The menu can even change. Soldiers who worked on the Old State Building in the middle of Basra socialised a bit with their Iraqi colleagues.

"I made a point of making all the boys go eat in the Iraqi cookhouse," Lieutenant Nick Gunnell said. (After some initial culinary trepidation, the soldiers of the 35 were won over by Iraqi home cooking.)

And the surroundings can take a turn for the surreal. Soldiers from the 35 recently set up tents on the grounds of Basra Palace, one of Saddam Hussein's former party places.

The palace – actually a series of faux-Arabic palaces backing onto the Shatt al-Arab river and facing a man-made lake – was originally built by Saddam for the exclusive use of his family. Flanked by palm trees and drenched in bombast, they're not subtle – think Versailles mixed with Michael Jackson's Neverland Ranch. Up until now their only purpose was to showcase the former dictator's wealth.

Now they're being converted into something a bit more useful – military and police headquarters that the Americans will use for a time, then hand over to the Iraqis.

Sapper Ben Dunford had been in Basra since late November but hadn't yet worked on any jobs in the city. He was heading off base for his first urban project. After that, he was heading to Notts for his two weeks of R-and-R. Before going home, he reckoned he needed some stories.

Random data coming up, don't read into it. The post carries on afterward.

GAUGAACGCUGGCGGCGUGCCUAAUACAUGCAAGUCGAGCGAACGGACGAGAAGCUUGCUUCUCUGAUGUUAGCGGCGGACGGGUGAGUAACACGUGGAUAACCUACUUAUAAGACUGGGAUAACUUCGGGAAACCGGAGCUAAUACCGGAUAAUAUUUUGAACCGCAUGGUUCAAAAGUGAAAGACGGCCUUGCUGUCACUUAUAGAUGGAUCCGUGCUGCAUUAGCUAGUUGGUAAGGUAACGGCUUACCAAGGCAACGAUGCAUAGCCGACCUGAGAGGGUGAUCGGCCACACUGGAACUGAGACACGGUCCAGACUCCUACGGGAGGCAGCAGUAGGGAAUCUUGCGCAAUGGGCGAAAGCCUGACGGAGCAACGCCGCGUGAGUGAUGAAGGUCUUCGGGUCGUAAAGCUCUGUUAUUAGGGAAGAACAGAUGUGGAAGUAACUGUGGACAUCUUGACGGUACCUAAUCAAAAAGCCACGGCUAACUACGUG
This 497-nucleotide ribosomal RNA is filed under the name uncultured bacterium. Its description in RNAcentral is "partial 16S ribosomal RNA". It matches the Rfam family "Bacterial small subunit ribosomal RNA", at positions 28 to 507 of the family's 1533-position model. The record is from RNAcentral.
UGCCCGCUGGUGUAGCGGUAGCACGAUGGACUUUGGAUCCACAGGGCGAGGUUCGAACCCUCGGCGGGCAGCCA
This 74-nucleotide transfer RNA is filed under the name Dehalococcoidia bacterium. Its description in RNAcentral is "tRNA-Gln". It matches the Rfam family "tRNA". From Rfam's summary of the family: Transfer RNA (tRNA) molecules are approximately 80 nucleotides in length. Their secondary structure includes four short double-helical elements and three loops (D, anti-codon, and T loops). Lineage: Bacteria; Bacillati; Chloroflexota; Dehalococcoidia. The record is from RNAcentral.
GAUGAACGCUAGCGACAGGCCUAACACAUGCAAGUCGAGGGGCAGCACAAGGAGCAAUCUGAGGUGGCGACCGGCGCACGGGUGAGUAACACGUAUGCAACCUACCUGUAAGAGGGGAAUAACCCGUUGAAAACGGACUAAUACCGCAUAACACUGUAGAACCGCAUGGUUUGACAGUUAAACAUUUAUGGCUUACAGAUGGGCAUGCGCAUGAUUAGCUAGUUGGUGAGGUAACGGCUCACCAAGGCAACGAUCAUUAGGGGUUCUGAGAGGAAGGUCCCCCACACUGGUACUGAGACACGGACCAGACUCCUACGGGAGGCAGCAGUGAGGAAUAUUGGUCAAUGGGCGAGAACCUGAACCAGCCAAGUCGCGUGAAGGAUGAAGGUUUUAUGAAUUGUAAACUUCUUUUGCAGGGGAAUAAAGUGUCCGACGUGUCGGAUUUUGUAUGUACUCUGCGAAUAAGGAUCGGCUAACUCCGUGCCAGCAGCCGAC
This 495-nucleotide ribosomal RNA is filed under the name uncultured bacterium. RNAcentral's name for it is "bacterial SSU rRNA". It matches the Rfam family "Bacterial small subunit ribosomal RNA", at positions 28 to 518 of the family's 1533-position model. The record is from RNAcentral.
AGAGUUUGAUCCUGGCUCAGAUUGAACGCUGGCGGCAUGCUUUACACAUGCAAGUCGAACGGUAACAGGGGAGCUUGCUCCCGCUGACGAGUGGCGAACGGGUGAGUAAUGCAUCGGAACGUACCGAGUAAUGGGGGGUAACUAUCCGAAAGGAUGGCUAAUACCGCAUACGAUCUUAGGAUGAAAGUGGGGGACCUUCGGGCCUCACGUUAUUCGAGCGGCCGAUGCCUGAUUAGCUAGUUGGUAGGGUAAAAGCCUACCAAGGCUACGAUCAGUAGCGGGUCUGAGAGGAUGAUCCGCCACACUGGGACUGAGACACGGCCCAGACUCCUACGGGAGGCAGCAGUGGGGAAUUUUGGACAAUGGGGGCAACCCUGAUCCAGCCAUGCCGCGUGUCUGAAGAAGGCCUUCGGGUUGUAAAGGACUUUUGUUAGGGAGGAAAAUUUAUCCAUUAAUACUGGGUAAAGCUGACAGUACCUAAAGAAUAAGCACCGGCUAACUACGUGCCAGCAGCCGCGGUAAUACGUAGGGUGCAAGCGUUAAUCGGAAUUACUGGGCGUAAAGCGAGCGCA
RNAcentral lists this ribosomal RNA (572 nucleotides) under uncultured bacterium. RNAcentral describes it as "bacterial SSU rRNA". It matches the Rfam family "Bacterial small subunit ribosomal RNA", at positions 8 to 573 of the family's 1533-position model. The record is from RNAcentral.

"I haven't seen the city," he said. "So I'm kind of glad I'm going there because when I go home and people ask 'What was Basra like?', I won't have to say 'I don't know, I never went off base.'"
Warrant Officer Class II Terry Ward didn't spend as much time off base – he was among the members of 35 Engineers tasked with making sure everyone who went out, was prepared. The Eastwood native, whose January R-and-R break timed nicely with Eastwood Town's unprecedented FA Cup journey, runs everything from tank training courses to morning PT.

"We do everything," he said. "Providing the regiment with all the training it requires to go out on operation."

Once the 35 is out there, WOII Ward also helps organise touches like a football tournament for British and American soldiers, as well as Iraqi military and police. The Premier League donated kit for all 20 teams, which was auctioned off among different groups and units for charity. (The 35 paid a tournament-high £850 for the privilege of playing in the Hull City strip.)

Soon, many of those same soldiers will be playing their weekend football on pitches around Notts. Much of the work they're now doing is getting things ready for the American soldiers who will maintain a presence.

As Yank accents slowly seep into the base, that one last trip – the 40-minute military flight to the base in Kuwait, then the six-hour charter flight to England or Germany – gets nearer and nearer.

Nearer, but not here yet. Before all that, the 35 has a job to finish.